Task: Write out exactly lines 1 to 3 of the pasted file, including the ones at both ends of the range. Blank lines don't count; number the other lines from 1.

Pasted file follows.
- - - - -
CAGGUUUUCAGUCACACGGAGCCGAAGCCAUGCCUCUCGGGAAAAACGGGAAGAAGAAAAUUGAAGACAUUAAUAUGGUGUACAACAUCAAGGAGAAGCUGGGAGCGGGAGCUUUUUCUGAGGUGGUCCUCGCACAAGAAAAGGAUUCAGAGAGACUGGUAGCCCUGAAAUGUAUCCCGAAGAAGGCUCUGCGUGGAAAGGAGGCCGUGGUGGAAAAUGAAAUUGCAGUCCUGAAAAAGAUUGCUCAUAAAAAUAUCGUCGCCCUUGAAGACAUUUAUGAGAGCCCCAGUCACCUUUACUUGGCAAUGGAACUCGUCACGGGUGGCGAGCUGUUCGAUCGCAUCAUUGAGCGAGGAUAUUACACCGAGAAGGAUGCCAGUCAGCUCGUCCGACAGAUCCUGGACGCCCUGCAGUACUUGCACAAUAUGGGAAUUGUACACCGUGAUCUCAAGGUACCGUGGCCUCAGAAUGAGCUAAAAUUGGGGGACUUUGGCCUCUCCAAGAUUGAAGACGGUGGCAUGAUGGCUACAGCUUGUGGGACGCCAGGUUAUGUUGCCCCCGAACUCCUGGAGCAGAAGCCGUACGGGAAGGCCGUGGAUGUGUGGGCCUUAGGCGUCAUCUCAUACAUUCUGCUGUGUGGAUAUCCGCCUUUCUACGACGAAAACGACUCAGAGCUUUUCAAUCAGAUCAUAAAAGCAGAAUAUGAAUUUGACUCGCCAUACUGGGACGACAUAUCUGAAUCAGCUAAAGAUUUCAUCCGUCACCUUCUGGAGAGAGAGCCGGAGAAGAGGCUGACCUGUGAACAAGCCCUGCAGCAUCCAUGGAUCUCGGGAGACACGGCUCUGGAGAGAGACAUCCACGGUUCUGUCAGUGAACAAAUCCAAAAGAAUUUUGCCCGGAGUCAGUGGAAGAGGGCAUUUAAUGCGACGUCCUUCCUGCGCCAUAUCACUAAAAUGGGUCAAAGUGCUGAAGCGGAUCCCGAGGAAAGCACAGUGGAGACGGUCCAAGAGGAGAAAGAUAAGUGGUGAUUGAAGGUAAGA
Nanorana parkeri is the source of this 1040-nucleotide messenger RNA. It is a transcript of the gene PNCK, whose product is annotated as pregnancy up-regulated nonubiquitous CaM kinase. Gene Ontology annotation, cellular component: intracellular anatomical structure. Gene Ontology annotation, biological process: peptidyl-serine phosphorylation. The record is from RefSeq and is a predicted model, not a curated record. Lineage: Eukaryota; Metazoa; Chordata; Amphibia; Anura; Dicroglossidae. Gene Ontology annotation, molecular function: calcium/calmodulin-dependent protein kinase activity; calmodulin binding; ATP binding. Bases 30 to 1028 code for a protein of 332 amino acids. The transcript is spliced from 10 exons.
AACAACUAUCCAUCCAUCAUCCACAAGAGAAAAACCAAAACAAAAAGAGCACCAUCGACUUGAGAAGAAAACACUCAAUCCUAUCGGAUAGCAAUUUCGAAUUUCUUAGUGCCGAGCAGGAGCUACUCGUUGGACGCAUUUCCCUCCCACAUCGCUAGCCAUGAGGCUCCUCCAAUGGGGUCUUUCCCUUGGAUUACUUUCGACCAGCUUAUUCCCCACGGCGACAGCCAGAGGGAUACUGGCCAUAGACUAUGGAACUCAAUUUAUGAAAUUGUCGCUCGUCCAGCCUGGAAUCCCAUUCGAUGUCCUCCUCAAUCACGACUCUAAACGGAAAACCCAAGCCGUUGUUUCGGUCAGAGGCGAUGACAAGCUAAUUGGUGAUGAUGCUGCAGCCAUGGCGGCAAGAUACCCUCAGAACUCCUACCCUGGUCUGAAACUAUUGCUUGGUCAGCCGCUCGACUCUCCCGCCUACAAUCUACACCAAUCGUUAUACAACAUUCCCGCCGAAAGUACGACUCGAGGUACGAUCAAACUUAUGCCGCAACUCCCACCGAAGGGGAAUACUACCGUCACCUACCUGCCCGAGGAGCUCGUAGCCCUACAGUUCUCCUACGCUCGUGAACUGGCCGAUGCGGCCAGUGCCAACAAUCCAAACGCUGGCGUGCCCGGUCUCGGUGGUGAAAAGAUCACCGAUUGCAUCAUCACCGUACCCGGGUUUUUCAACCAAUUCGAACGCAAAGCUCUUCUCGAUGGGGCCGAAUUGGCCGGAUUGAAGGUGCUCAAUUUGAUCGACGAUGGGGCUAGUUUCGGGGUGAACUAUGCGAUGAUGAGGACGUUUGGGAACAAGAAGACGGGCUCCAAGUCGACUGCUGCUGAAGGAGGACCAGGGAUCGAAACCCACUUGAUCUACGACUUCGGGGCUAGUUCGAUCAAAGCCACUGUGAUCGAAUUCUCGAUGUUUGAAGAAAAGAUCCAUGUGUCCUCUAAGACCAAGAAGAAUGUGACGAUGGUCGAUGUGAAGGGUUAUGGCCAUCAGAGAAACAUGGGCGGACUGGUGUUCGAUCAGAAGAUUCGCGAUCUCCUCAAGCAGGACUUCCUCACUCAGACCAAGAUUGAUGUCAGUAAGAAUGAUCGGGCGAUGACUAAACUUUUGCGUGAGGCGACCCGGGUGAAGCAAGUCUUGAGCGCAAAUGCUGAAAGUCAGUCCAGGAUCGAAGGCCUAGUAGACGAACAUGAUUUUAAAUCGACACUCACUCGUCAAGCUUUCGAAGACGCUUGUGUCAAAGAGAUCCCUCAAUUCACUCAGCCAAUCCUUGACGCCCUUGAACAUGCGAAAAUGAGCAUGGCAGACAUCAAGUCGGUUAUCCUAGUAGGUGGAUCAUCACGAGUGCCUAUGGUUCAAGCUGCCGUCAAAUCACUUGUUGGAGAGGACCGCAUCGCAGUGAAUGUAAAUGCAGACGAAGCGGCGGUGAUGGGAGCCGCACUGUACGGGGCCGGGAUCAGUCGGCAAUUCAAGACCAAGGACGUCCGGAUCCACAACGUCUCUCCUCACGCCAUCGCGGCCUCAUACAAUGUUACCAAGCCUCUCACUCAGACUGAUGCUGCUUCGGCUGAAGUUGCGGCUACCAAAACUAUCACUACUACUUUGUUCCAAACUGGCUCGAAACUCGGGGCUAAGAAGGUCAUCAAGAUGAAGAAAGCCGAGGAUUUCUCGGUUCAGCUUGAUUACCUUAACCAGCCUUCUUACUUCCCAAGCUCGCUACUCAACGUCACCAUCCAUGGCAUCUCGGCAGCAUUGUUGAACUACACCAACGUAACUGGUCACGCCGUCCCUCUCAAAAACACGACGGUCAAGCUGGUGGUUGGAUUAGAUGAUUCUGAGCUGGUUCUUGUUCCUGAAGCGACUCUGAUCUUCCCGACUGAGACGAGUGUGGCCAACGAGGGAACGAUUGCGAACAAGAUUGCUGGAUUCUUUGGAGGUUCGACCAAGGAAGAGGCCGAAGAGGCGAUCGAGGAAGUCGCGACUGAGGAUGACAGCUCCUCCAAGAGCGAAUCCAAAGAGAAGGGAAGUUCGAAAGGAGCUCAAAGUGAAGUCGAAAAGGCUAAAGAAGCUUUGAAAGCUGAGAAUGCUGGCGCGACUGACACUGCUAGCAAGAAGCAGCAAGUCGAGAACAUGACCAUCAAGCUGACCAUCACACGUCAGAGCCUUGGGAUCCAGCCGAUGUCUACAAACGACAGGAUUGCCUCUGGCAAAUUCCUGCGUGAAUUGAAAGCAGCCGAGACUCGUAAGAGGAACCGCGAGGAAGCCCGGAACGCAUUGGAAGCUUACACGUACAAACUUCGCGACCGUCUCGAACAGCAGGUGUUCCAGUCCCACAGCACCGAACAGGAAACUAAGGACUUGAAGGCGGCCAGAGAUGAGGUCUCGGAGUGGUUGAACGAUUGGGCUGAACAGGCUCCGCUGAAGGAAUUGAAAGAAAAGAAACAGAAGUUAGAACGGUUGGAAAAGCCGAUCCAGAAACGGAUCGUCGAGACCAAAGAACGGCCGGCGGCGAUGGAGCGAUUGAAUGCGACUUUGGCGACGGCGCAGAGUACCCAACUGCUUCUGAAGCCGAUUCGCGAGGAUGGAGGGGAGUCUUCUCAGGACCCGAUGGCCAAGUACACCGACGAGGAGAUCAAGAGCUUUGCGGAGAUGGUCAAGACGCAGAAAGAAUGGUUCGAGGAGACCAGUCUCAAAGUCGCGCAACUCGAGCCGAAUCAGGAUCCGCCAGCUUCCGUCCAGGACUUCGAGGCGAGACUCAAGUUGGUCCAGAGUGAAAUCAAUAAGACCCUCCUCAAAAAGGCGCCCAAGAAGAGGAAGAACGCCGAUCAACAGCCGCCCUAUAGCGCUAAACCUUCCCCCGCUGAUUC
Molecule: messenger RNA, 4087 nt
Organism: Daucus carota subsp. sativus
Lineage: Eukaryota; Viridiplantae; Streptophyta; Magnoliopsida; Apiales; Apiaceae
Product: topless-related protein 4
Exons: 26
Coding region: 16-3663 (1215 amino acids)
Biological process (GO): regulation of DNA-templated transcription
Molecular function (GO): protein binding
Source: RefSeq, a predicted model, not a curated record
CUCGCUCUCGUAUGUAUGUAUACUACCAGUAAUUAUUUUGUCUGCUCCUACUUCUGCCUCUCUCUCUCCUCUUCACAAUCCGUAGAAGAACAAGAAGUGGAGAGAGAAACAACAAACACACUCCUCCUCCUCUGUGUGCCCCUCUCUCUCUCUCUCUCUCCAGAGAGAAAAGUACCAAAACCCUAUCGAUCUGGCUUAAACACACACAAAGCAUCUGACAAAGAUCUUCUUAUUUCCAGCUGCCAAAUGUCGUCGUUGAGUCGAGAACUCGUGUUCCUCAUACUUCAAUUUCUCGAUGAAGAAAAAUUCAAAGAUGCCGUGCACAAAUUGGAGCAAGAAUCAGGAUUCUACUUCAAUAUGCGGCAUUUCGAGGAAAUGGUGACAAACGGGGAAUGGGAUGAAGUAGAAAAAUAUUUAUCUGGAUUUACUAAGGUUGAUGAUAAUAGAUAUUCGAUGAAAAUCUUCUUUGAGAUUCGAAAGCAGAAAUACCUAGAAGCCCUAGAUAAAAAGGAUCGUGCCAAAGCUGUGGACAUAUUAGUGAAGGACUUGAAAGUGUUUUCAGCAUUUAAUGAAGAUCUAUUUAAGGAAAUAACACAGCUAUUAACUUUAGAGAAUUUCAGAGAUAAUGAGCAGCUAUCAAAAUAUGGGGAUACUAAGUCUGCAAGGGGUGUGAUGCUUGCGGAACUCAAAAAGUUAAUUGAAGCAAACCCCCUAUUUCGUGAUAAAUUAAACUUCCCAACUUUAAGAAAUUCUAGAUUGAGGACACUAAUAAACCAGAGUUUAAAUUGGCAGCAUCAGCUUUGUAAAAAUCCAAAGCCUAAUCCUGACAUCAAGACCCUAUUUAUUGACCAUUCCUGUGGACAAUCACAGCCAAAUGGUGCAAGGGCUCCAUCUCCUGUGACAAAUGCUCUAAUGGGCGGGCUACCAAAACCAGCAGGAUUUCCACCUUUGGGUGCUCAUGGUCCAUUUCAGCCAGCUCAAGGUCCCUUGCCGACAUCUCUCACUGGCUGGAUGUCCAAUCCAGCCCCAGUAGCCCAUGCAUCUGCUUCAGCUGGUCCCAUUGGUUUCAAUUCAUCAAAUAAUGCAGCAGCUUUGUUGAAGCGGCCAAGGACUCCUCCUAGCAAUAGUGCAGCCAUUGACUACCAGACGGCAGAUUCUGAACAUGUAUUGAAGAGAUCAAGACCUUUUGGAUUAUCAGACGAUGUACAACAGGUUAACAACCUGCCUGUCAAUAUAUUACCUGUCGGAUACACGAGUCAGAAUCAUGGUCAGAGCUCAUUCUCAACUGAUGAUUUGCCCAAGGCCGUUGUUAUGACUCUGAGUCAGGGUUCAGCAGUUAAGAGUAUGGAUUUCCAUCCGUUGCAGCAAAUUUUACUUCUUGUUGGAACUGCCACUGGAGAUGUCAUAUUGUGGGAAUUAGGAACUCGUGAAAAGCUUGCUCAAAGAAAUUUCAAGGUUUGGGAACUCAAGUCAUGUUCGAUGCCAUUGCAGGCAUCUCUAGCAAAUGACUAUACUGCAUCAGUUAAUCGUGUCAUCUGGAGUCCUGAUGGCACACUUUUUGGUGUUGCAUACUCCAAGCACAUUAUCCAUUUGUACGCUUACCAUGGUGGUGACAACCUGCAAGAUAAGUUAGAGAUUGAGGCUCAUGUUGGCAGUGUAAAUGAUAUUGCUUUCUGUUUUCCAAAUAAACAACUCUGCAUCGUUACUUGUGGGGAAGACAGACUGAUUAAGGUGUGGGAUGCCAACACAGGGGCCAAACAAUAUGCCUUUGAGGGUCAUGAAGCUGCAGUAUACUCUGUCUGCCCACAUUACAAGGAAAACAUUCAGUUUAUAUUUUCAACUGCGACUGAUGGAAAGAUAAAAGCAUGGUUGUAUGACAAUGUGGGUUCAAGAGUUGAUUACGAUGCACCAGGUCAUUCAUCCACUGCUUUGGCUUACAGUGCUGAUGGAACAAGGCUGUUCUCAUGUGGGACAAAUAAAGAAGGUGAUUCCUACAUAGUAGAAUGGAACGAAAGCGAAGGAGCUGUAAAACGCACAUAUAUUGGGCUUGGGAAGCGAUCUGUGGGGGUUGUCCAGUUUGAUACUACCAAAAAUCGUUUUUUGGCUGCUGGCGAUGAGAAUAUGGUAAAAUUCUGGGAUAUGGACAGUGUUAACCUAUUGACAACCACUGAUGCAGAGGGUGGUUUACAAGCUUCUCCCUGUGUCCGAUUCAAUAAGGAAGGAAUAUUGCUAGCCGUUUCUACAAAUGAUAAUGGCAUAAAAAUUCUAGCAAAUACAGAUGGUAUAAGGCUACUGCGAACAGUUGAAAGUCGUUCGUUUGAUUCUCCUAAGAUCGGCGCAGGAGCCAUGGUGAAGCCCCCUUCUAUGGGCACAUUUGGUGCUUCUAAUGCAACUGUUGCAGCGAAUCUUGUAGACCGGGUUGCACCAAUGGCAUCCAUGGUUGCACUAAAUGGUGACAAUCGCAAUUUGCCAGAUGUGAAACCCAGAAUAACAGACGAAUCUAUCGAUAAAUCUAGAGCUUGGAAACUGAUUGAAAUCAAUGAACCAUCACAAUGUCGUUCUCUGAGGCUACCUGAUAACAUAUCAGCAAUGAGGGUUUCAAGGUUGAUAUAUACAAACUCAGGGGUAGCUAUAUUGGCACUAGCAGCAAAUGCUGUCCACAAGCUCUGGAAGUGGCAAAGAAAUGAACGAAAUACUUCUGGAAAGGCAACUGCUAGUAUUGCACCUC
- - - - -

CAGGUUUUCAGUCACACGGAGCCGAAGCCAUGCCUCUCGGGAAAAACGGGAAGAAGAAAAUUGAAGACAUUAAUAUGGUGUACAACAUCAAGGAGAAGCUGGGAGCGGGAGCUUUUUCUGAGGUGGUCCUCGCACAAGAAAAGGAUUCAGAGAGACUGGUAGCCCUGAAAUGUAUCCCGAAGAAGGCUCUGCGUGGAAAGGAGGCCGUGGUGGAAAAUGAAAUUGCAGUCCUGAAAAAGAUUGCUCAUAAAAAUAUCGUCGCCCUUGAAGACAUUUAUGAGAGCCCCAGUCACCUUUACUUGGCAAUGGAACUCGUCACGGGUGGCGAGCUGUUCGAUCGCAUCAUUGAGCGAGGAUAUUACACCGAGAAGGAUGCCAGUCAGCUCGUCCGACAGAUCCUGGACGCCCUGCAGUACUUGCACAAUAUGGGAAUUGUACACCGUGAUCUCAAGGUACCGUGGCCUCAGAAUGAGCUAAAAUUGGGGGACUUUGGCCUCUCCAAGAUUGAAGACGGUGGCAUGAUGGCUACAGCUUGUGGGACGCCAGGUUAUGUUGCCCCCGAACUCCUGGAGCAGAAGCCGUACGGGAAGGCCGUGGAUGUGUGGGCCUUAGGCGUCAUCUCAUACAUUCUGCUGUGUGGAUAUCCGCCUUUCUACGACGAAAACGACUCAGAGCUUUUCAAUCAGAUCAUAAAAGCAGAAUAUGAAUUUGACUCGCCAUACUGGGACGACAUAUCUGAAUCAGCUAAAGAUUUCAUCCGUCACCUUCUGGAGAGAGAGCCGGAGAAGAGGCUGACCUGUGAACAAGCCCUGCAGCAUCCAUGGAUCUCGGGAGACACGGCUCUGGAGAGAGACAUCCACGGUUCUGUCAGUGAACAAAUCCAAAAGAAUUUUGCCCGGAGUCAGUGGAAGAGGGCAUUUAAUGCGACGUCCUUCCUGCGCCAUAUCACUAAAAUGGGUCAAAGUGCUGAAGCGGAUCCCGAGGAAAGCACAGUGGAGACGGUCCAAGAGGAGAAAGAUAAGUGGUGAUUGAAGGUAAGA
Nanorana parkeri is the source of this 1040-nucleotide messenger RNA. It is a transcript of the gene PNCK, whose product is annotated as pregnancy up-regulated nonubiquitous CaM kinase. Gene Ontology annotation, cellular component: intracellular anatomical structure. Gene Ontology annotation, biological process: peptidyl-serine phosphorylation. The record is from RefSeq and is a predicted model, not a curated record. Lineage: Eukaryota; Metazoa; Chordata; Amphibia; Anura; Dicroglossidae. Gene Ontology annotation, molecular function: calcium/calmodulin-dependent protein kinase activity; calmodulin binding; ATP binding. Bases 30 to 1028 code for a protein of 332 amino acids. The transcript is spliced from 10 exons.
AACAACUAUCCAUCCAUCAUCCACAAGAGAAAAACCAAAACAAAAAGAGCACCAUCGACUUGAGAAGAAAACACUCAAUCCUAUCGGAUAGCAAUUUCGAAUUUCUUAGUGCCGAGCAGGAGCUACUCGUUGGACGCAUUUCCCUCCCACAUCGCUAGCCAUGAGGCUCCUCCAAUGGGGUCUUUCCCUUGGAUUACUUUCGACCAGCUUAUUCCCCACGGCGACAGCCAGAGGGAUACUGGCCAUAGACUAUGGAACUCAAUUUAUGAAAUUGUCGCUCGUCCAGCCUGGAAUCCCAUUCGAUGUCCUCCUCAAUCACGACUCUAAACGGAAAACCCAAGCCGUUGUUUCGGUCAGAGGCGAUGACAAGCUAAUUGGUGAUGAUGCUGCAGCCAUGGCGGCAAGAUACCCUCAGAACUCCUACCCUGGUCUGAAACUAUUGCUUGGUCAGCCGCUCGACUCUCCCGCCUACAAUCUACACCAAUCGUUAUACAACAUUCCCGCCGAAAGUACGACUCGAGGUACGAUCAAACUUAUGCCGCAACUCCCACCGAAGGGGAAUACUACCGUCACCUACCUGCCCGAGGAGCUCGUAGCCCUACAGUUCUCCUACGCUCGUGAACUGGCCGAUGCGGCCAGUGCCAACAAUCCAAACGCUGGCGUGCCCGGUCUCGGUGGUGAAAAGAUCACCGAUUGCAUCAUCACCGUACCCGGGUUUUUCAACCAAUUCGAACGCAAAGCUCUUCUCGAUGGGGCCGAAUUGGCCGGAUUGAAGGUGCUCAAUUUGAUCGACGAUGGGGCUAGUUUCGGGGUGAACUAUGCGAUGAUGAGGACGUUUGGGAACAAGAAGACGGGCUCCAAGUCGACUGCUGCUGAAGGAGGACCAGGGAUCGAAACCCACUUGAUCUACGACUUCGGGGCUAGUUCGAUCAAAGCCACUGUGAUCGAAUUCUCGAUGUUUGAAGAAAAGAUCCAUGUGUCCUCUAAGACCAAGAAGAAUGUGACGAUGGUCGAUGUGAAGGGUUAUGGCCAUCAGAGAAACAUGGGCGGACUGGUGUUCGAUCAGAAGAUUCGCGAUCUCCUCAAGCAGGACUUCCUCACUCAGACCAAGAUUGAUGUCAGUAAGAAUGAUCGGGCGAUGACUAAACUUUUGCGUGAGGCGACCCGGGUGAAGCAAGUCUUGAGCGCAAAUGCUGAAAGUCAGUCCAGGAUCGAAGGCCUAGUAGACGAACAUGAUUUUAAAUCGACACUCACUCGUCAAGCUUUCGAAGACGCUUGUGUCAAAGAGAUCCCUCAAUUCACUCAGCCAAUCCUUGACGCCCUUGAACAUGCGAAAAUGAGCAUGGCAGACAUCAAGUCGGUUAUCCUAGUAGGUGGAUCAUCACGAGUGCCUAUGGUUCAAGCUGCCGUCAAAUCACUUGUUGGAGAGGACCGCAUCGCAGUGAAUGUAAAUGCAGACGAAGCGGCGGUGAUGGGAGCCGCACUGUACGGGGCCGGGAUCAGUCGGCAAUUCAAGACCAAGGACGUCCGGAUCCACAACGUCUCUCCUCACGCCAUCGCGGCCUCAUACAAUGUUACCAAGCCUCUCACUCAGACUGAUGCUGCUUCGGCUGAAGUUGCGGCUACCAAAACUAUCACUACUACUUUGUUCCAAACUGGCUCGAAACUCGGGGCUAAGAAGGUCAUCAAGAUGAAGAAAGCCGAGGAUUUCUCGGUUCAGCUUGAUUACCUUAACCAGCCUUCUUACUUCCCAAGCUCGCUACUCAACGUCACCAUCCAUGGCAUCUCGGCAGCAUUGUUGAACUACACCAACGUAACUGGUCACGCCGUCCCUCUCAAAAACACGACGGUCAAGCUGGUGGUUGGAUUAGAUGAUUCUGAGCUGGUUCUUGUUCCUGAAGCGACUCUGAUCUUCCCGACUGAGACGAGUGUGGCCAACGAGGGAACGAUUGCGAACAAGAUUGCUGGAUUCUUUGGAGGUUCGACCAAGGAAGAGGCCGAAGAGGCGAUCGAGGAAGUCGCGACUGAGGAUGACAGCUCCUCCAAGAGCGAAUCCAAAGAGAAGGGAAGUUCGAAAGGAGCUCAAAGUGAAGUCGAAAAGGCUAAAGAAGCUUUGAAAGCUGAGAAUGCUGGCGCGACUGACACUGCUAGCAAGAAGCAGCAAGUCGAGAACAUGACCAUCAAGCUGACCAUCACACGUCAGAGCCUUGGGAUCCAGCCGAUGUCUACAAACGACAGGAUUGCCUCUGGCAAAUUCCUGCGUGAAUUGAAAGCAGCCGAGACUCGUAAGAGGAACCGCGAGGAAGCCCGGAACGCAUUGGAAGCUUACACGUACAAACUUCGCGACCGUCUCGAACAGCAGGUGUUCCAGUCCCACAGCACCGAACAGGAAACUAAGGACUUGAAGGCGGCCAGAGAUGAGGUCUCGGAGUGGUUGAACGAUUGGGCUGAACAGGCUCCGCUGAAGGAAUUGAAAGAAAAGAAACAGAAGUUAGAACGGUUGGAAAAGCCGAUCCAGAAACGGAUCGUCGAGACCAAAGAACGGCCGGCGGCGAUGGAGCGAUUGAAUGCGACUUUGGCGACGGCGCAGAGUACCCAACUGCUUCUGAAGCCGAUUCGCGAGGAUGGAGGGGAGUCUUCUCAGGACCCGAUGGCCAAGUACACCGACGAGGAGAUCAAGAGCUUUGCGGAGAUGGUCAAGACGCAGAAAGAAUGGUUCGAGGAGACCAGUCUCAAAGUCGCGCAACUCGAGCCGAAUCAGGAUCCGCCAGCUUCCGUCCAGGACUUCGAGGCGAGACUCAAGUUGGUCCAGAGUGAAAUCAAUAAGACCCUCCUCAAAAAGGCGCCCAAGAAGAGGAAGAACGCCGAUCAACAGCCGCCCUAUAGCGCUAAACCUUCCCCCGCUGAUUC